Monday, October 31, 2011
I think its very dangerous, and quite frankly unfair, for the Occupy movement's "99%" to vilify the "1%" as if everyone who falls into that elite income group is (a) corrupt (b) greedy (c) selfish and (d) insensitive and indifferent to the needs and struggles of the poor and middles classes.
Let's get something straight: America is a capitalist nation. Our economic structure is such that there are going to be extremely wealthy people and a helluva lot more who aren't. Those who don't like this system are free to move to another country like North Korea where everyone is piss poor and living under a brutal dictatorship. America's problems aren't about rich vs. poor per se, but about those who care vs those who don't.
The Occupy protesters, in summarily indicting as evil everyone in the 1%, are doing a major disservice to the movement and their long-term cause. At the risk of sounding like a conservative, this broad stroke demonizing of everyone who's rich is class warfare and it needs to stop. There are plenty of kind, decent, generous, very wealthy people who also happen to care about the poor, the sick, the needy, the less fortunate. People who donate millions from their incomes annually to fund all sorts of social, health, education, environmental and child welfare programs, and whose money also goes to political organizations to fight for the little guy. People who've spent a lifetime in public service trying to make things better for those who need help. People who could've financially enriched themselves in the private sector but instead chose meager government salaries. George Soros is in the 1%. The Kennedys are in the 1%. Nancy Pelosi is in the 1% as is Alec Baldwin, Susan Sarandon, Sean Penn, George Clooney and all the notorious "Hollywood liberals" who are as bleeding-heart as you can get. Their wealth has not stopped them from giving a shit. To the contrary, it's provided valuable resources and a greater platform through which to help. These people are among the best friends and benefactors the poor and middle class will ever have. So it's terribly misguided and counter-intuitive to lump them in the same bucket as the self-serving cads who only care about lower taxes, less regulation and protecting corporate largess.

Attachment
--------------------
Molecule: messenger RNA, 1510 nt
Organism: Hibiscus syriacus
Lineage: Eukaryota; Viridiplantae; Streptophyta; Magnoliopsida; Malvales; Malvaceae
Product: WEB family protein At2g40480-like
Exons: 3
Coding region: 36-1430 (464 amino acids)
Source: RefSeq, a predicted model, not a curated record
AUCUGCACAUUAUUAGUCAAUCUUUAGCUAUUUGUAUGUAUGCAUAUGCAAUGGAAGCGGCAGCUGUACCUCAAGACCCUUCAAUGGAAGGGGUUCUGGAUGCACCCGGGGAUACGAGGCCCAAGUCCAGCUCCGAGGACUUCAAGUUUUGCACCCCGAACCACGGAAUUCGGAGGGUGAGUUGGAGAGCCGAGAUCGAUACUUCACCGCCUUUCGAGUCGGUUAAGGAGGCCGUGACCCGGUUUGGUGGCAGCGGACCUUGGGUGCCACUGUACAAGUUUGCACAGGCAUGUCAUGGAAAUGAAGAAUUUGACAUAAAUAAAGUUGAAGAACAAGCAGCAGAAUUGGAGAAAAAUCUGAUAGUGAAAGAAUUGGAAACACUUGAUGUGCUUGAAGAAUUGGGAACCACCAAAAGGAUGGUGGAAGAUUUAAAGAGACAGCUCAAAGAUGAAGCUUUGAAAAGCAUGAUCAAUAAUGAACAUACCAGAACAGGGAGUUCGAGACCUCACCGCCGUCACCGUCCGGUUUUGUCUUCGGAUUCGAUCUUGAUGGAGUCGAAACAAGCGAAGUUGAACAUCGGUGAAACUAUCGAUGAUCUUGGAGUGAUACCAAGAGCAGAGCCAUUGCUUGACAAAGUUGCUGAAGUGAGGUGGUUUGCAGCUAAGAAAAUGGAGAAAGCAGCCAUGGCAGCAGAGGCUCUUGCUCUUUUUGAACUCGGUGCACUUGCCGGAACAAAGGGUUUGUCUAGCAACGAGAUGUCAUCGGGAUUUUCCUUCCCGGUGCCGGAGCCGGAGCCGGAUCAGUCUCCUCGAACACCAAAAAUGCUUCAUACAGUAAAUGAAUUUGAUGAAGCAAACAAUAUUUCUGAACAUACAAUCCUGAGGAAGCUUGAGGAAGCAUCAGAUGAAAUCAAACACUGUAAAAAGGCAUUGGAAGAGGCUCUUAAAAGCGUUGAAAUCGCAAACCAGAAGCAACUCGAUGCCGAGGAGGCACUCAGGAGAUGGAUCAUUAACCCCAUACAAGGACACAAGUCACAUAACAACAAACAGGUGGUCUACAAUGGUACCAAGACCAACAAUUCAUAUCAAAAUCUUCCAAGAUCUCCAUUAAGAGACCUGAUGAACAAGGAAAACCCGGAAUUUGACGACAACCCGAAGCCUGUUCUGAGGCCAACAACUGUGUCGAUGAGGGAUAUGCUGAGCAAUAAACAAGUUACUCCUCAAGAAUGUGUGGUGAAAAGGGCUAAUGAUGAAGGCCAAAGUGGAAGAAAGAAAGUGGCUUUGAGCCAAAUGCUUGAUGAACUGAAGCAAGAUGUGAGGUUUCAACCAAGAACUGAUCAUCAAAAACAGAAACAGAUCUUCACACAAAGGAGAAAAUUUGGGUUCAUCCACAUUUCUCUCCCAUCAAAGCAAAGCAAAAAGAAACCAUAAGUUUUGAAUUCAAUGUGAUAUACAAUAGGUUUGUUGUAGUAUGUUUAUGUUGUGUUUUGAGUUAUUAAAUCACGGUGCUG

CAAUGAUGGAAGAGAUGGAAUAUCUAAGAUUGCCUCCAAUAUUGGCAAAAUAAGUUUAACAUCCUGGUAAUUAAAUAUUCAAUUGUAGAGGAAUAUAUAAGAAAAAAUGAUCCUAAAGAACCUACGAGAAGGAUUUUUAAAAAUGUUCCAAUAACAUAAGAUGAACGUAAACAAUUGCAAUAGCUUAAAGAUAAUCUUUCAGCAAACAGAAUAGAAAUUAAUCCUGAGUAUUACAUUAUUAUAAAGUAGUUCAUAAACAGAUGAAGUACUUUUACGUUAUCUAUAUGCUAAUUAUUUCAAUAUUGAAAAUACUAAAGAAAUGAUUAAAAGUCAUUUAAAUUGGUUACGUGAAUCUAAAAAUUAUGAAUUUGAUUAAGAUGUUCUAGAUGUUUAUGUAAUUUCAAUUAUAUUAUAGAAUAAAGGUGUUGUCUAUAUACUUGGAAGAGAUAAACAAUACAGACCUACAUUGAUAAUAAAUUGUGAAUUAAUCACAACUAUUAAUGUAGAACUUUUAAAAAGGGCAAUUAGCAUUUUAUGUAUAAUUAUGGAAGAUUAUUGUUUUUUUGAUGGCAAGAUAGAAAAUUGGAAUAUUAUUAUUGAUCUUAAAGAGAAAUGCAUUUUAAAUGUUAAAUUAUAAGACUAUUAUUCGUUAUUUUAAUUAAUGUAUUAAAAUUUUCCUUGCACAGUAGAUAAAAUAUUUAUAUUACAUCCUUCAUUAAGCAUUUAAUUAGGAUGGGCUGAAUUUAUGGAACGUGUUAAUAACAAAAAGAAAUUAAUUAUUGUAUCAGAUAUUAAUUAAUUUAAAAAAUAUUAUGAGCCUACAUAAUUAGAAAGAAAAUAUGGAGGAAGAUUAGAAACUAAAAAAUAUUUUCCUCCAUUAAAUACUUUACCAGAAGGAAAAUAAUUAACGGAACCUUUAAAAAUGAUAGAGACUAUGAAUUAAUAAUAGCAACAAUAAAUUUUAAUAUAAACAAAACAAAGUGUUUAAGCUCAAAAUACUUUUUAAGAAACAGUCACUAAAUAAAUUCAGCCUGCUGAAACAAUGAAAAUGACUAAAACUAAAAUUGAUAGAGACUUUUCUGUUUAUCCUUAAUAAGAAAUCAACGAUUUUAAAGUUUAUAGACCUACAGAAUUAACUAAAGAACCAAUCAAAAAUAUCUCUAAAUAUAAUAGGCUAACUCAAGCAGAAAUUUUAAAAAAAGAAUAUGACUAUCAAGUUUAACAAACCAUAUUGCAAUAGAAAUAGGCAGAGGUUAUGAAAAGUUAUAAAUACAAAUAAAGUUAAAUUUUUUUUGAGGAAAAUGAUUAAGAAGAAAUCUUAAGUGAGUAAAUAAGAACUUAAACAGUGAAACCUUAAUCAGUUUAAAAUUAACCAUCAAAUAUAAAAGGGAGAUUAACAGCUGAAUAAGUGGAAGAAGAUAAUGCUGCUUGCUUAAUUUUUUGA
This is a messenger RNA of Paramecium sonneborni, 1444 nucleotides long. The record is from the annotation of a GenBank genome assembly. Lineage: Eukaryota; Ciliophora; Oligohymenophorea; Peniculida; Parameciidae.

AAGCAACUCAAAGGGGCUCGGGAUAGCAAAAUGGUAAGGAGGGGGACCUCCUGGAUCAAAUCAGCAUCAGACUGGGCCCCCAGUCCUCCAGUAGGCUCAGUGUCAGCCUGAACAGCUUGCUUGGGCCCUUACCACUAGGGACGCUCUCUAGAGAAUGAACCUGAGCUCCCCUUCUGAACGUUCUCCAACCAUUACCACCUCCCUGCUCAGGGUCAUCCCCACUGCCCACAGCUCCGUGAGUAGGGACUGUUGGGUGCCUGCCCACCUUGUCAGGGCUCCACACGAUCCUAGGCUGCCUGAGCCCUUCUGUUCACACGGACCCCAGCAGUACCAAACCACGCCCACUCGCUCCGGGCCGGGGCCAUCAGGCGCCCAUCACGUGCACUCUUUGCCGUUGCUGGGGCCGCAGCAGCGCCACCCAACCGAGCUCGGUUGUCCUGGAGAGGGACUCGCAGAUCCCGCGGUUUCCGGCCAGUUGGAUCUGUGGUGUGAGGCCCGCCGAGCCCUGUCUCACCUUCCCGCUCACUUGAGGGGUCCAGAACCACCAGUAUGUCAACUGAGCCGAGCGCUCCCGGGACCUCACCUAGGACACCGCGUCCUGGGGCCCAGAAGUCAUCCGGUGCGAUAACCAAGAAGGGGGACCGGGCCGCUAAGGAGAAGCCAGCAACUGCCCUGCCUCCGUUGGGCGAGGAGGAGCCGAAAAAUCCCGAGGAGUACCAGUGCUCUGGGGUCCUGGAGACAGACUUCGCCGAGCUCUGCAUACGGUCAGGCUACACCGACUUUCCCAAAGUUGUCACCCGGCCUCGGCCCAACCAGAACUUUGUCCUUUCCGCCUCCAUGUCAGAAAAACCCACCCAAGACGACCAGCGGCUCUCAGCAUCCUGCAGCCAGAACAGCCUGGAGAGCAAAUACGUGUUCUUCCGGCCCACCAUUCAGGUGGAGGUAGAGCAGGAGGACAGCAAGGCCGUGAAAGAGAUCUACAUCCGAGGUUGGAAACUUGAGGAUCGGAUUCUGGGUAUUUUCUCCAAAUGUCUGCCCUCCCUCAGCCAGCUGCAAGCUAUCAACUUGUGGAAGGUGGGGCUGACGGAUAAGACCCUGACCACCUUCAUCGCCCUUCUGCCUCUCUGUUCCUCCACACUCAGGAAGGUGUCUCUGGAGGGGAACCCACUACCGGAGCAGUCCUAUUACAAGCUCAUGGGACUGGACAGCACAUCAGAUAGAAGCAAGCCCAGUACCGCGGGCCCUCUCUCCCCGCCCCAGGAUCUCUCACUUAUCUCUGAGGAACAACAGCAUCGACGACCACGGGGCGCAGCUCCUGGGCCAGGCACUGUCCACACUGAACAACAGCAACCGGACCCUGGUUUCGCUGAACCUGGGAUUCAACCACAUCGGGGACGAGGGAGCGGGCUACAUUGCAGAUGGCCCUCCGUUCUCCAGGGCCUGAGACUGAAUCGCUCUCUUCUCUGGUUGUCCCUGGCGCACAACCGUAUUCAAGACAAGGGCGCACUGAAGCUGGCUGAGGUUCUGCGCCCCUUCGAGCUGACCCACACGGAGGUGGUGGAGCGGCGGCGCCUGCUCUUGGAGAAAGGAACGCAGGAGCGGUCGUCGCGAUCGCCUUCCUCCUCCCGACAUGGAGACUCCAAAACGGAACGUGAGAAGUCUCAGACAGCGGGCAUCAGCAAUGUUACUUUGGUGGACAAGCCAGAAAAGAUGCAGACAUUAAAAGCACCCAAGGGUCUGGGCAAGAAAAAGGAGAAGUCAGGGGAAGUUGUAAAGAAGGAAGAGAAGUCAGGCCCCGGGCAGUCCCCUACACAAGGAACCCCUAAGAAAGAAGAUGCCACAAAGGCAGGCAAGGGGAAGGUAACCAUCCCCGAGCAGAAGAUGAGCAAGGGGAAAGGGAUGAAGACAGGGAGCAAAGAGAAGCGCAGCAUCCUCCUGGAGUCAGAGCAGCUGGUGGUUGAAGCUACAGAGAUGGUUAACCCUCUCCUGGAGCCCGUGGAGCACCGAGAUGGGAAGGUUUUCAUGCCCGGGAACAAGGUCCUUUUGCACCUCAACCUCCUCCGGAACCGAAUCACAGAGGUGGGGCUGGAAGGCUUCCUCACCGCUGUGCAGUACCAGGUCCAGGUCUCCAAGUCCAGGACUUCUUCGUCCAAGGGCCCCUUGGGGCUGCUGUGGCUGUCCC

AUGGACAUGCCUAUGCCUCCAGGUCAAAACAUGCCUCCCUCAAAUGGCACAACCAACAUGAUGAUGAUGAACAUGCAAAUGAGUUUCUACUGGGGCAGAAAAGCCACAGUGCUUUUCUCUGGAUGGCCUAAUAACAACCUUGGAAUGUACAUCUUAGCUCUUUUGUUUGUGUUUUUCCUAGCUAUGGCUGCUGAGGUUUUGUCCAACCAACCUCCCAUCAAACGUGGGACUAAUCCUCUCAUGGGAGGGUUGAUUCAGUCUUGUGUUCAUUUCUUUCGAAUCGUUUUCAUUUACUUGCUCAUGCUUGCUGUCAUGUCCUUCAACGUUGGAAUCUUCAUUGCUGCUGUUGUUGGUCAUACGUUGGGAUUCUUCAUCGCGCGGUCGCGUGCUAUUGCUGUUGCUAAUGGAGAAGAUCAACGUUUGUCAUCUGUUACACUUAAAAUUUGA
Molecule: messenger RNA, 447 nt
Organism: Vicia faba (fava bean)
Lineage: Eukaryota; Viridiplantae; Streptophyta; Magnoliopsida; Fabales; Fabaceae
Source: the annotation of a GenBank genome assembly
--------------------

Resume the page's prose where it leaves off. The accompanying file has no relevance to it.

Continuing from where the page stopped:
To be sure, there are many gross inequities in America's economic system which have justifiably been the focus of the Occupy protests. The income gap between the rich and poor is the highest in 80 years. The wealthiest 1% have seen their incomes increase 281% since 1979 while the poor and middle class have earned just 16-25% more. The CEO-to-worker pay ratio is around 350-1. Corporate America has been rewarded with astounding tax breaks while shipping millions of jobs overseas. And no one on Wall Street has yet to be penalized for creating the worst financial crisis in 85 years.
But that does not justify an across-the-board vilification of everyone in the 1%. There's nothing inherently wrong with being rich in America. What's wrong is when you use this wealth to disenfranchise and subjugate those who aren't. There are certainly plenty of legitimate gripes the Occupy protesters can and should be angry about. But it would be very wise not to alienate the very rich, connected and influential people who are among its biggest supporters and who it will need in the weeks and months to come.